Factory Factory pattern: easier than using a container

Here’s a simple example of a class that creates file transfers using different protocols, which can be combined into a big queue later:

public class TransferFactory : ITransferFactory{    public Transfer CreateFtpTransfer(string path)    {        return new Transfer(path, ftpStreamFactory);    }        public Transfer CreateHttpTransfer(string path)    {        return new Transfer(path, httpStreamFactory);    }    public Transfer CreateSmbTransfer(string path)    {        return new Transfer(path, smbStreamFactory);    }    public Transfer CreateSftpTransfer(string path)    {        return new Transfer(path, sftpStreamFactory);    }}

It’s based loosely on something I wrote last week at work, and you can see some pretty classic examples of the Strategy and Abstract Factory patterns here. But where do all the stream factories come from? You could inject them all separately:

public class TransferFactory : ITransferFactory{    public TransferFactory(IStreamFactory ftpStreamFactory,        IStreamFactory httpStreamFactory,        IStreamFactory smbStreamFactory,        IStreamFactory sftpStreamFactory)    {        this.ftpStreamFactory = ftpStreamFactory;        this.httpStreamFactory = httpStreamFactory;        this.smbStreamFactory = smbStreamFactory;        this.sftpStreamFactory = sftpStreamFactory;    }    ...}

But classes like this are horrible to register in an IoC container. Named instances, kilometers of identical positional parameters, and nothing preventing you putting them in the wrong order by accident… messy.

A tidier approach would be to employ the factory factory pattern, where instead of injecting all the factories separately, you just provide one that can create them all:

public class TransferFactory : ITransferFactory{    public TransferFactory(IStreamFactoryFactory streamFactories)    {        this.streamFactories = streamFactories;    }    public Transfer CreateFtpTransfer(string path)    {        return new Transfer(path, streamFactories.CreateFtpStreamFactory());    }        public Transfer CreateHttpTransfer(string path)    {        return new Transfer(path, streamFactories.CreateHttpStreamFactory());    }    ...}

Now some would argue that having factories to create factories is a sure sign of being an architect astronaut, and noone should ever need such a thing. But in examples like this I think they are entirely appropriate, and make your code that much easier to work with.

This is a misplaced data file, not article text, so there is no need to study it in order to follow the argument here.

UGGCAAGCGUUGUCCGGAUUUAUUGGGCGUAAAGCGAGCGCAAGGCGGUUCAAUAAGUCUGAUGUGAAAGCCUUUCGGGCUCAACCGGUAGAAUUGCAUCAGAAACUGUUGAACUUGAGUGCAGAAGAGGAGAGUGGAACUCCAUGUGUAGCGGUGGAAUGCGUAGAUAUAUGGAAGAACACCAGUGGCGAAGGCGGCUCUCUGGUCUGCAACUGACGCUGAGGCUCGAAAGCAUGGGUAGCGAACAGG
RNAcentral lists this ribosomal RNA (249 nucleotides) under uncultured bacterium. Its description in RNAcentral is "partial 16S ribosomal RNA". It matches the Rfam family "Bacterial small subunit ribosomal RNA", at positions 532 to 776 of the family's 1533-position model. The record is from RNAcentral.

The Trouble with Soft Delete

Soft delete is a commonly-used pattern amongst database-driven business applications. In my experience, however, it usually ends up causing more harm than good. Here’s a few reasons why it can fail in bigger applications, and some less-painful alternatives to consider.

Tomato, Tomato

I’ve seen a few different implementations of this pattern in action. First is the standard deleted flag to indicate an item should be ignored:

SELECT * FROM Product WHERE IsDeleted = 0

Another style uses meaningful status codes:

SELECT * FROM Task WHERE Status = 'Pending'

You can even give an item a fixed lifetime that starts and ends at a specific time (it might not have started yet):


All of these styles are all flavors of the same concept: instead of pulling dead or infrequently-used items out of active set, you simply mark them and change queries to step over the corpses at runtime.

This is a trade-off: soft delete columns are easy to implement, but incur a cost to query complexity and database performance later down the track.


To prevent mixing active and inactive data in results, all queries must be made aware of the soft delete columns so they can explicitly exclude them. It’s like a tax; a mandatory WHERE clause to ensure you don’t return any deleted rows.

This extra WHERE clause is similar to checking return codes in programming languages that don’t throw exceptions (like C). It’s very simple to do, but if you forget to do it in even one place, bugs can creep in very fast. And it is background noise that detracts away from the real intention of the query.


At first glance you might think evaluating soft delete columns in every query would have a noticeable impact on performance.

However, I’ve found that most RDBMSs are actually pretty good at recognizing soft delete columns (probably because they are so commonly used) and does a good job at optimizing queries that use them. In practice, filtering inactive rows doesn’t cost too much in itself.

Instead, the performance hit comes simply from the volume of data that builds up when you don’t bother clearing old rows. For example, we have a table in a system at work that records an organisations day-to-day tasks: pending, planned, and completed. It has around five million rows in total, but of that, only a very small percentage (2%) are still active and interesting to the application. The rest are all historical; rarely used and kept only to maintain foreign key integrity and for reporting purposes.

Interestingly, the biggest problem we have with this table is not slow read performance but writes. Due to its high use, we index the table heavily to improve query performance. But with the number of rows in the table, it takes so long to update these indexes that the application frequently times out waiting for DML commands to finish.

This table is becoming an increasing concern for us — it represents a major portion of the application, and with around a million new rows being added each year, the performance issues are only going to get worse.

Back to the original problem

The trouble with implementing soft delete via a column is that it simply doesn’t scale well for queries targeting multiple tables — we need a different strategy for larger data models.

Let’s take a step back and examine the reasons why you might want to implement soft deletes in a database. If you think about it, there really are only four categories: